Micropigmentation, also known as permanent makeup, can be used for a number of cosmetic purposes: it can enhance facial features such as eyebrows, lashes, and lips; it can improve certain types of scars and uneven skin pigmentation, and it is sometimes used to reconstruct the nipple and areola area of the breast. People typically choose this procedure either because they have difficulty applying their makeup, or they view it as a way to save time. People with certain medical conditions may also choose micropigmentation as a way of creating the appearance of eyebrows where the hair has been lost.
How Permanent Makeup is Applied
A topical anesthetic is applied before treatment to reduce discomfort. Tiny, metabolically inert pigment granules are implanted below the epidermis with a special micropigmentation device. You can discuss the lightness and darkness options with our licensed micropigmentation provider. Typically, patients use a lighter color and return for additional treatment to darken the color, if needed.
After Permanent Makeup: What to Expect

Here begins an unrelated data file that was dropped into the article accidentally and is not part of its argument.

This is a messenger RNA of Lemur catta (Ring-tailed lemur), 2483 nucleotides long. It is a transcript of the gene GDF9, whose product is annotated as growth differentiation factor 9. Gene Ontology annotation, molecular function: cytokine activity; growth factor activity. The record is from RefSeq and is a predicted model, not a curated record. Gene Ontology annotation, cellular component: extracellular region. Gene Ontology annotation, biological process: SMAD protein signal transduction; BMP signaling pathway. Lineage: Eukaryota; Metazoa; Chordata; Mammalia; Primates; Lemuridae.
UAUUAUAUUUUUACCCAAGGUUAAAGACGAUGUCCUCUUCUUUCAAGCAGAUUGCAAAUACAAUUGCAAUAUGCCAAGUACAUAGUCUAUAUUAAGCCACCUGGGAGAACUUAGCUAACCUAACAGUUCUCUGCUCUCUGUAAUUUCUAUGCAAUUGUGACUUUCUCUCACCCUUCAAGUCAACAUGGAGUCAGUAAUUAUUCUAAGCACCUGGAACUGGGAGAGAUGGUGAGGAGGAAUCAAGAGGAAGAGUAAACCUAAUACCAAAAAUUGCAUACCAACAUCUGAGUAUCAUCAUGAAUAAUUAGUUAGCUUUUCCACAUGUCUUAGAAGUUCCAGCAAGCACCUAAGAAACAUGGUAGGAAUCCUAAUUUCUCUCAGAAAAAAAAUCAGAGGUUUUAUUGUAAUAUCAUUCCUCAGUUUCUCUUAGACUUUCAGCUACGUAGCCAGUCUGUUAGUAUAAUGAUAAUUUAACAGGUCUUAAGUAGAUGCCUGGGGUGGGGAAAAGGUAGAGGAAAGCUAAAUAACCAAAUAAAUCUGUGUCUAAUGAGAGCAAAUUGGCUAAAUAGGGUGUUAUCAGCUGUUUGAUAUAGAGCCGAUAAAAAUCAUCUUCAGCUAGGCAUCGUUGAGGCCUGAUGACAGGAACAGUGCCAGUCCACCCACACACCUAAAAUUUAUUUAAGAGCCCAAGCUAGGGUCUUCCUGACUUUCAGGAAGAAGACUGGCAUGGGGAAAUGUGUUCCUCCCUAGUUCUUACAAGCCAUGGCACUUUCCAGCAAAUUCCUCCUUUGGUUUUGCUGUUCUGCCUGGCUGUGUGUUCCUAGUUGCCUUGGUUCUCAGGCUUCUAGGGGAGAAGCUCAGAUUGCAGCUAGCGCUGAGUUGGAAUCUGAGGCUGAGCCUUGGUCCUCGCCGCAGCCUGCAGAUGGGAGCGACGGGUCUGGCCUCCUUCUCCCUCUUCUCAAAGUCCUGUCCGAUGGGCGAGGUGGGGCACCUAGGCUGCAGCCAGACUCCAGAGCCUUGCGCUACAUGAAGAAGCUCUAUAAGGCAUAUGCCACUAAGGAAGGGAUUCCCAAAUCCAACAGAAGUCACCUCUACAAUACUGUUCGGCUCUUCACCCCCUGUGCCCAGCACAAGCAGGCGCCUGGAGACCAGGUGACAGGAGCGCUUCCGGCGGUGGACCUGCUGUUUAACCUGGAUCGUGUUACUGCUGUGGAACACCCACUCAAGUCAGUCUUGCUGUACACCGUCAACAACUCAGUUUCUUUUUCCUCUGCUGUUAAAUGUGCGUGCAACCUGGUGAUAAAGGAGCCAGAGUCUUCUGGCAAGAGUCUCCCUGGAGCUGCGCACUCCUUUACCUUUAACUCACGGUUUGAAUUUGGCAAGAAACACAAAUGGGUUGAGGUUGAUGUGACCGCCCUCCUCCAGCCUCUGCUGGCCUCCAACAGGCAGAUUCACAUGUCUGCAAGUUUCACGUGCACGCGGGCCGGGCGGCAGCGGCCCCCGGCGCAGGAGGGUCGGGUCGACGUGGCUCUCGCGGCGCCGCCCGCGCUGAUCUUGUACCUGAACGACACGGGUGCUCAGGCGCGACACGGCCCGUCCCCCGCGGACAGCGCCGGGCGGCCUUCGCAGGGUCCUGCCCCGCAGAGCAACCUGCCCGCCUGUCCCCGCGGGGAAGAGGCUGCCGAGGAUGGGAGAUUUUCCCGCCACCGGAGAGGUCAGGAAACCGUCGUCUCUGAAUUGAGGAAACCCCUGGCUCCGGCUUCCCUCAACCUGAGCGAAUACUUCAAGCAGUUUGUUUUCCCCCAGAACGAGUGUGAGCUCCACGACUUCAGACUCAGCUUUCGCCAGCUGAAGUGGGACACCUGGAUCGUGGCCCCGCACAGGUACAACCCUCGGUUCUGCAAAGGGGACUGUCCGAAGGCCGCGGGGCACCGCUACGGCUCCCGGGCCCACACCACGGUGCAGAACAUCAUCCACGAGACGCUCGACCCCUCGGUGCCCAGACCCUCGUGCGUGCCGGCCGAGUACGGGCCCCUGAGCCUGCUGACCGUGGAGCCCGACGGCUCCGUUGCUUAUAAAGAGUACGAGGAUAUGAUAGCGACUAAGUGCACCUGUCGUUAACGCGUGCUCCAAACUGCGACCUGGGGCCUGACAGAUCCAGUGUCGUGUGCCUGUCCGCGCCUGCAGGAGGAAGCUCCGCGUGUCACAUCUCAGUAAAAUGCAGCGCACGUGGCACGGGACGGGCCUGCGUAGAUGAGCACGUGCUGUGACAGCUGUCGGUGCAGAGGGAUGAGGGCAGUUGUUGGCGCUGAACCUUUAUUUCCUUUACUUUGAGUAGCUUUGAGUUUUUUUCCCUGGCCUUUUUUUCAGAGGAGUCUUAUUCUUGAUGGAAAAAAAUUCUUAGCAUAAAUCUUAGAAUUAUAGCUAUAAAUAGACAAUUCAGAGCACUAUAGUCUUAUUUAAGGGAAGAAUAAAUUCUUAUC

After the procedure, cool ice packs can be applied to reduce discomfort. Protecting your skin from the sun is important after treatment. If you have a history of cold sores, you will be prescribed an oral medication to take to prevent them from occurring immediately after treatment.
Is it really permanent?
Micropigmentation has been referred to as permanent makeup. However, it is not actually permanent, for two reasons: aging can create discoloration, and sunlight can reduce the strength of the color.
As with any cosmetic procedure, micropigmentation carries risks, which can include infection, removal problems, allergic reactions, granulomas, and keloid formation. Contact Tulsa Surgical Arts to learn more about permanent eyeliner and permanent makeup procedures.